Imagine if you were four months late with your rent or mortgage payment. How would that work out for you? Then you get a pay raise in January, but, because of the fog of shutdown, you still haven’t seen it.
How do you gracefully tell VISA or Mastercard you’re a little short this quarter but to carry on without you? The check, someday, will be in the mail.
What if the largest employer in your community forced many employees to work without pay for 35 days (including over Christmas) and was just now getting around to paying them? And it didn’t allow many others to work, knocking an estimated $3.1 billion hole in the economy. Heads would roll, right?
What if Congress, or the Labor Department, even the White House got wind of the fact that some of the 800,000 employees of Standard Oil, or Walmart or Amazon had to wait weeks for back pay and are just now seeing the January pay raise, all because of the record-long 35-day government shutdown? Adding insult to injury, 6-figure folks at the White House and in Congress, who either caused or allowed it to happen, still got paid on time — as they always do.
The many communities that are largely or almost wholly dependent on government paychecks got a kick in the wallet. It’s one that many individuals won’t recover from for several more months. The Washington, D.C. area has only about 14% of the federal workforce and the rest are beyond the Beltway, where the military, the U.S. Postal Service, the IRS, or Interior Department are primary employers or job-generators. They got shut down, too.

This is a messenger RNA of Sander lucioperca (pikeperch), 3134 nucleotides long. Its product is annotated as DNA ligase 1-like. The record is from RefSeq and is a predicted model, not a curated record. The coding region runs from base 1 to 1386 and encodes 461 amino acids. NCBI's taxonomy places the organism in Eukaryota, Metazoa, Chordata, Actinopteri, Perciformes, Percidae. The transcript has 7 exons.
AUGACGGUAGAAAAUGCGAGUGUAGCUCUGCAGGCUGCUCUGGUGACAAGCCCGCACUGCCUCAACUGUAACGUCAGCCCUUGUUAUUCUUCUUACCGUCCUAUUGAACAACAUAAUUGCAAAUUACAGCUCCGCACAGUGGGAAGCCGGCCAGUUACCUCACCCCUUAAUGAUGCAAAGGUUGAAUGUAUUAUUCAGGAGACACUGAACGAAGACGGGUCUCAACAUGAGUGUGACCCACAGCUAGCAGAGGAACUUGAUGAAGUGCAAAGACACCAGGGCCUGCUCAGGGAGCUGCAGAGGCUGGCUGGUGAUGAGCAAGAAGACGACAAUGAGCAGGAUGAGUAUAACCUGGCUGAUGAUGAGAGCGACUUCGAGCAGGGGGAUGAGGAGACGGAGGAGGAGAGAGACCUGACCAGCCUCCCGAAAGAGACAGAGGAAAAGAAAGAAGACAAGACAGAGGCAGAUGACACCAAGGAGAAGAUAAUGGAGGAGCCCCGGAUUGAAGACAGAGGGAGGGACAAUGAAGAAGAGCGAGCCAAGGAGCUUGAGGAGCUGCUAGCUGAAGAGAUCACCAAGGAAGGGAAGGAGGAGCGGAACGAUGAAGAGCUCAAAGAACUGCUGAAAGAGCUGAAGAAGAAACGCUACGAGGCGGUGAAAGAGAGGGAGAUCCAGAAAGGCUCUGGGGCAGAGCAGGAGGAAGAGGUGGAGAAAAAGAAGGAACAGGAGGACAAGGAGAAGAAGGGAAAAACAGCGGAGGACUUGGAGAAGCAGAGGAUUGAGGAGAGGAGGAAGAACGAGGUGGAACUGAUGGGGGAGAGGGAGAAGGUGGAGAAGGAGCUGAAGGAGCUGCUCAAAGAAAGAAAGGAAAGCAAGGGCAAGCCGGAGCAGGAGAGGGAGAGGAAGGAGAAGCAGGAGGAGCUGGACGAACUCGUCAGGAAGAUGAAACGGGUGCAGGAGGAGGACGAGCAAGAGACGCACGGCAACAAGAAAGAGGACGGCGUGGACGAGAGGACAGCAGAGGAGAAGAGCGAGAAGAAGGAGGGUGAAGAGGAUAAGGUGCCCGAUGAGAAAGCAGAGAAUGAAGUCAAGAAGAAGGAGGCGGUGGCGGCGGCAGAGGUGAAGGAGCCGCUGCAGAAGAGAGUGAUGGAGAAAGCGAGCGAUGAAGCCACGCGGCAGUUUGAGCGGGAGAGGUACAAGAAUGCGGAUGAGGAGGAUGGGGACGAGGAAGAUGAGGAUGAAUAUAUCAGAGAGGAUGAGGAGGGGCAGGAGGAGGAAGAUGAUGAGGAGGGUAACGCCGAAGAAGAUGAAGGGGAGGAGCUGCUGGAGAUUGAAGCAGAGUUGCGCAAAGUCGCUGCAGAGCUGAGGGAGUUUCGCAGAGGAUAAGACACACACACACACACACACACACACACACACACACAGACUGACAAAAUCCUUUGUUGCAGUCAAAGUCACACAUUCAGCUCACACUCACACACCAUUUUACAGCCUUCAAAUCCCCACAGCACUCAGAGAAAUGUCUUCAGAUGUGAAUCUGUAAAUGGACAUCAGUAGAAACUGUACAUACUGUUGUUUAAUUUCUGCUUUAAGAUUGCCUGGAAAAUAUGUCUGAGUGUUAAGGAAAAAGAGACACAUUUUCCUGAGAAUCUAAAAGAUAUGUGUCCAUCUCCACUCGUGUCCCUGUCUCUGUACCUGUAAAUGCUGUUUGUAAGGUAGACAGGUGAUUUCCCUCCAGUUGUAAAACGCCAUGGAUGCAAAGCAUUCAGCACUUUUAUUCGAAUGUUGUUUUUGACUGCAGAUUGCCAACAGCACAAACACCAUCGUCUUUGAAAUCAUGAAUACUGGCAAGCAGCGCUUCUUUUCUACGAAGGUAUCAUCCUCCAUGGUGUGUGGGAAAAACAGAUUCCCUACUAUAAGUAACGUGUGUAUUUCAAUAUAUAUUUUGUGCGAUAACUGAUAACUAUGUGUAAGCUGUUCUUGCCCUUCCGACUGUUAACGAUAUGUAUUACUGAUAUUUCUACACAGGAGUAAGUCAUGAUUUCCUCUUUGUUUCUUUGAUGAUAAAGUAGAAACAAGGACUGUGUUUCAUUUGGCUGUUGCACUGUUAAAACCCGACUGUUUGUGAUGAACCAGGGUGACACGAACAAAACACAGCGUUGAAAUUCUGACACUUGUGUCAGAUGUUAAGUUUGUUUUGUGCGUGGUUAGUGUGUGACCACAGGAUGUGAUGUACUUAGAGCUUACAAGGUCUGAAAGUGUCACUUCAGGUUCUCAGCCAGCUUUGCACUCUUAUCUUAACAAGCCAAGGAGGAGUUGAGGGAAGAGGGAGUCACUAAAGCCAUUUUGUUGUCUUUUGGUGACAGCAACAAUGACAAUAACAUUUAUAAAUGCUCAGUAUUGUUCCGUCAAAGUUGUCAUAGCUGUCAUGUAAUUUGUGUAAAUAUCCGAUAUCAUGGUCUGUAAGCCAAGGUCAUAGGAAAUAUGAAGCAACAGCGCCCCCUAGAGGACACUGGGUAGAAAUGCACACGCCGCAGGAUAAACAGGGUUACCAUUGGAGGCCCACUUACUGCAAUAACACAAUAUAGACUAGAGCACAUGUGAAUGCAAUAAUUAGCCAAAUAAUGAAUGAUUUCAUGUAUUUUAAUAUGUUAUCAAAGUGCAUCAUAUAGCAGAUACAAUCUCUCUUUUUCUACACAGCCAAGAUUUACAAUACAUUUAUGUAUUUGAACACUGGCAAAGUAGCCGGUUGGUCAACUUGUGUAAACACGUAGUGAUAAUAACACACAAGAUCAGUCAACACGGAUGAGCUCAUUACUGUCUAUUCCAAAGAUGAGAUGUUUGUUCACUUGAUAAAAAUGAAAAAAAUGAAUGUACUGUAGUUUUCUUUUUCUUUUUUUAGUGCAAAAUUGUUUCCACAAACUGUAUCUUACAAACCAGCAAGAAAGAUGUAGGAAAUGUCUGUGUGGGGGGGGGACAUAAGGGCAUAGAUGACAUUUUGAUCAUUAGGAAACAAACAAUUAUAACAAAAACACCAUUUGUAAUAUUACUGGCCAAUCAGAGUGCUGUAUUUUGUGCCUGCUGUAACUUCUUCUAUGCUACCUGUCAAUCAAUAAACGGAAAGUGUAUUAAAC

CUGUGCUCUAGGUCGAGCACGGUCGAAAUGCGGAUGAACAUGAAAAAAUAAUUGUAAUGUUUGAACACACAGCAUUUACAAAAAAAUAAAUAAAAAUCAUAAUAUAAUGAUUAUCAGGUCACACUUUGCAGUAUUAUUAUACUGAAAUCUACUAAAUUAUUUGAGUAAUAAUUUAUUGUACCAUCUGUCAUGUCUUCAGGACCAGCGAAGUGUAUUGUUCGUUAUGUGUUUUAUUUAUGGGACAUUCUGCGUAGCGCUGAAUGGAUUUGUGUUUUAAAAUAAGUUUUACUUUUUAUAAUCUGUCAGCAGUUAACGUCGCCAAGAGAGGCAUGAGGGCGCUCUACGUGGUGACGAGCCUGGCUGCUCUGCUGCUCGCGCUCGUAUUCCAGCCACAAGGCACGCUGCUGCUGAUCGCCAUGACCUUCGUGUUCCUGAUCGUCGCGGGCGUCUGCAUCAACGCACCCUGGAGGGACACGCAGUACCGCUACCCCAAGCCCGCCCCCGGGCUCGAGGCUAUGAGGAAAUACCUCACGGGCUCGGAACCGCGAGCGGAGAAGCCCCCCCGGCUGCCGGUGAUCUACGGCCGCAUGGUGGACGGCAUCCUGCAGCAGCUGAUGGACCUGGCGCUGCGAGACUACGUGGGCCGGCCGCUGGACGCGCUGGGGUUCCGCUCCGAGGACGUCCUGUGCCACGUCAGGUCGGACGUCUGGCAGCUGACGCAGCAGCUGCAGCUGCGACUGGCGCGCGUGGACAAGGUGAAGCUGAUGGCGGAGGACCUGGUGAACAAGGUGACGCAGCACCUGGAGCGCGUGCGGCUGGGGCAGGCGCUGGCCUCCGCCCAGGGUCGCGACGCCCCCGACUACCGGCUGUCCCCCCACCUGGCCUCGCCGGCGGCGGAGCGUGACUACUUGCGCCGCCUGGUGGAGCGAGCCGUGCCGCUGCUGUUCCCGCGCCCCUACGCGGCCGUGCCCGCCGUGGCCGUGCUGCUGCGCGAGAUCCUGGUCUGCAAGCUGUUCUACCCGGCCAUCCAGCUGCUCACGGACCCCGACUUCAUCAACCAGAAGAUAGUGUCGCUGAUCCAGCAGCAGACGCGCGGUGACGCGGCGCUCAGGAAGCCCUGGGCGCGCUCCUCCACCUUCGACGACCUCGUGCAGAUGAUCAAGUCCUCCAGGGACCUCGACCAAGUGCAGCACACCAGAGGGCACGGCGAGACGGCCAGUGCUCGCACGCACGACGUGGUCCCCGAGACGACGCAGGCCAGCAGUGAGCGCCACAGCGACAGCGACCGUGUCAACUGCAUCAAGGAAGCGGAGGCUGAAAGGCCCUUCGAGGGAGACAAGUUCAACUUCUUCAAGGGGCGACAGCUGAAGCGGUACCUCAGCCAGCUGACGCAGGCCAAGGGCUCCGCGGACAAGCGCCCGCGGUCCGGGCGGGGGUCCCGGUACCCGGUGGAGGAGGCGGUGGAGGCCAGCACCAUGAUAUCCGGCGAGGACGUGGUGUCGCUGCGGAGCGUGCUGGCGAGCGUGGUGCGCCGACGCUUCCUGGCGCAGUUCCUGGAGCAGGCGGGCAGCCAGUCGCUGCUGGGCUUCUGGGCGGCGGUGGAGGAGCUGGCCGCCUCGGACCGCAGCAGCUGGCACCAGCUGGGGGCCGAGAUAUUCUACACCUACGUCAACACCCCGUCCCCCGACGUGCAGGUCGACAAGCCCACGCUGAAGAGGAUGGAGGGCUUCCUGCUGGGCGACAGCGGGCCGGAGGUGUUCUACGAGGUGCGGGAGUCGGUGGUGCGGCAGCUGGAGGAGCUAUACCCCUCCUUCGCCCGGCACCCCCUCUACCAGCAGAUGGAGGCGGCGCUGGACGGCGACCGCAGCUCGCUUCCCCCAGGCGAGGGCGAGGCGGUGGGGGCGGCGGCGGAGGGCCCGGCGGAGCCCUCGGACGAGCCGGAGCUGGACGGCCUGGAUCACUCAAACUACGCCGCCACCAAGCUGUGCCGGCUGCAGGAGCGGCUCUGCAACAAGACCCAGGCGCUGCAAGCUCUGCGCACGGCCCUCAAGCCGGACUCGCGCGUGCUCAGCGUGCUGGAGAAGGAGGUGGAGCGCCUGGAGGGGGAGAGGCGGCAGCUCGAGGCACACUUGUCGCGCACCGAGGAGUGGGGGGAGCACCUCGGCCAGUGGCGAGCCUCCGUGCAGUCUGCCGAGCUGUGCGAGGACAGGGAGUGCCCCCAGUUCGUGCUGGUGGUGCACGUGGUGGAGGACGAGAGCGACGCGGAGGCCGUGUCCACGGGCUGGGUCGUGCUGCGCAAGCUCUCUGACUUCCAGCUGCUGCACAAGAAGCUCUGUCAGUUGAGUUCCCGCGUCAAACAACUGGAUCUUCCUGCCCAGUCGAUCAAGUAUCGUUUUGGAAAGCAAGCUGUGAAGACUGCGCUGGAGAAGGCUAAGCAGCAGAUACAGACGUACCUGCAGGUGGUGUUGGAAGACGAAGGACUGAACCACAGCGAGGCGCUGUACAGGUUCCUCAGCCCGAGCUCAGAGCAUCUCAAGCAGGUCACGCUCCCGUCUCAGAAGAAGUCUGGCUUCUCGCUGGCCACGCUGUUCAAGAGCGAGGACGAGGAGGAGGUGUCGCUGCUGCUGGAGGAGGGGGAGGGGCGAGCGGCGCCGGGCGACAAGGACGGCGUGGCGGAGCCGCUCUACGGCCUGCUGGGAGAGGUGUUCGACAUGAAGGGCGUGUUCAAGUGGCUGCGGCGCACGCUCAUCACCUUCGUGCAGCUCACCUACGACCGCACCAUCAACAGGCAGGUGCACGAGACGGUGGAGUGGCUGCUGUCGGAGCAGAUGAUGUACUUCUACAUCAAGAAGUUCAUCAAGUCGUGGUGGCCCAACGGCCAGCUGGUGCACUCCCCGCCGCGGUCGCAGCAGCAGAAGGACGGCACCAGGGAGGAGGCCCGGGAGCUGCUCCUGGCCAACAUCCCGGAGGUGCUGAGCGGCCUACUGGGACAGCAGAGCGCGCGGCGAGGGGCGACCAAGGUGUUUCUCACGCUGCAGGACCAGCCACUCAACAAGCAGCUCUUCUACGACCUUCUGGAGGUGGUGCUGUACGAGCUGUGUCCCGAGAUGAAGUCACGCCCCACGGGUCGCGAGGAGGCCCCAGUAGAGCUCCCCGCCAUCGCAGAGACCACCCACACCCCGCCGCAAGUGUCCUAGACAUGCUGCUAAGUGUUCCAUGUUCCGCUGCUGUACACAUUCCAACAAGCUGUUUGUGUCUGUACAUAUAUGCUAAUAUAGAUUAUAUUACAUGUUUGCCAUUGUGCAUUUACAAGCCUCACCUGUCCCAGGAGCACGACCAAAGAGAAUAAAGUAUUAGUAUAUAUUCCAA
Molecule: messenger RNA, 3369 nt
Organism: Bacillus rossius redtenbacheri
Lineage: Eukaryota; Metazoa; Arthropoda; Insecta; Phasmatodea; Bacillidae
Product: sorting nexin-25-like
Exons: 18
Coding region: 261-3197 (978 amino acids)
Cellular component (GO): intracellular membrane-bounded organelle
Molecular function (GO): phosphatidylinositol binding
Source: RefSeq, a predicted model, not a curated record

Last week Federal News Network finally could report that bigger paychecks are on the way for many feds as Uncle Sam catches up on shutdown wages. On Thursday the Office of Personnel Management said that the majority of folks hit by the shutdown — those either forced to work or locked out of their offices — would be getting bigger paychecks this week. They will be bigger because they include retroactive pay they’ve earned from the beginning of first pay period of 2019 to the one ending April 13. Or not.
In addition to playing havoc with some of your deductions the late-even-by-retroactive situation will be more complicated for many others. Like if you took a new job, got a pay raise or were involved in any of several other job issues that could complicate your personal payroll. The National Treasury Employees Union estimated two out of every 10 white collar civil servants has had some kind of change in pay status this year.
And this isn’t a bureaucratic blunder. This is the end result — when it finally ends, that is — of a political game of chicken that did nobody any good. If anyone other than Congress or the White House had caused such a mess there would be hell to pay. Investigations, hearings, the whole works. As it is payroll and HR offices are picking up the pieces of the mess caused by the politicians.
Several theories exist about the question mark’s origins but the most widely accepted version is that Alcuin of York, an English scholar and poet born in 735 and a member of Charlemagne’s court, created it. Originally named the “punctus interrogativus” or “point of interrogation,” this mark was a dot with a symbol resembling a tilde or lightning bolt above it, to represent the rise in pitch when a person asks a question. But it wasn’t until the mid-19th Century that it was first referred to as a “question mark.”